Thinking of music notation, you could compare a larger caesura to a whole rest and a shorter one to a quarter rest, for example. And beyond the use of caesurae, there are also certain poems, like in “My Materia,” that use blocks of space, allowing the text to press against invisible boundaries and actually mark out, or frame, absence.

You’re highlighting what’s not there — that’s also sort of ghostly of you.

Yeah, absolutely. And if you want enjambment, let’s say, but you don’t want a full line break, you can use a caesura in that way. You can throw in a little fruitful misdirection (or just, direction) in there by introducing some soft breaks. This absence here (in “My Materia”) connects with the absent mother, but also the geometries formed by the young virginal women in that old religious group, Job’s Daughters. The women would arrange themselves into a cross shape. If you consider that geometrically, you see a cross forms a border among four implied voids, shaped like boxes or triangles, depending upon how you visually take it in.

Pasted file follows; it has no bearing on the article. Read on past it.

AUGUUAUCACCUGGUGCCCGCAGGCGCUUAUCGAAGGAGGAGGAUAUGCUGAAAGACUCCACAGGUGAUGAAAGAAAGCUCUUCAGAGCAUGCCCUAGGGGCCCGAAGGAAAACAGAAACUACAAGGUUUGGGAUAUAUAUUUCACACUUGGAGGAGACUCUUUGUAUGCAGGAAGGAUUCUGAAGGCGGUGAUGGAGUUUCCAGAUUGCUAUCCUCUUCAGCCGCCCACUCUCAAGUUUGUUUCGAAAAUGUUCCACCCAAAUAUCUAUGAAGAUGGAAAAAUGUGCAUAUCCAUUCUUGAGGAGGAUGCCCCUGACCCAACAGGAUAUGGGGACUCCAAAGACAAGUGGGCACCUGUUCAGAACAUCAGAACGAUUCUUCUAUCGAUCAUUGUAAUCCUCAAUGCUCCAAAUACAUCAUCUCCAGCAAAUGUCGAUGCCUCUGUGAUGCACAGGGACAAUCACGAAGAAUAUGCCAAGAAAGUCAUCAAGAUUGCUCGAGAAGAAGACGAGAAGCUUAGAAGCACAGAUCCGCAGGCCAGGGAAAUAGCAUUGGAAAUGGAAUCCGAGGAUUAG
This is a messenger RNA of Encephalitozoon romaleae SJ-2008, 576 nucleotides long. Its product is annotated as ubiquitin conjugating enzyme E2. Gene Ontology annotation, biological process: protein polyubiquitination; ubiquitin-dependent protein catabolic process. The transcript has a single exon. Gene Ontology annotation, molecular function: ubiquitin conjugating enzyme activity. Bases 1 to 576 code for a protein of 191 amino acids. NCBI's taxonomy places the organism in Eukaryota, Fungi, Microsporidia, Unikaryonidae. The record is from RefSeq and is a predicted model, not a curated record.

Thank you for bringing up religion — can we speak about the role of faith in the book?

Sure. The book references the Bible and Christianity a fair amount. The Bible says some weird and wonderfully mystic things about writing itself — talking about the Word being made flesh, or contending that our immortal souls hang in the balance of a verse’s interpretation. Or telling us that “every jot and tittle” we’re reading within its pages is “God-breathed.” The stakes are pretty high when what you’re reading was supposedly authored by God, right? But the pressure and importance that puts on words … even though I’m no longer religious and haven’t been since I was 15, I still carry that sense of the human soul and its fate being bound up in language.

That said, religion and faith are not the same thing, so I’d also say there’s faith in the book, in the broader sense, in the worth of lives that play out largely unseen. There’s faith in the obscure, the unacknowledged, the anonymous, even the scorned or abject. And, on the flip side, there’s a lot of doubt in Philomath, too. I think it’s probably equal parts faith and doubt.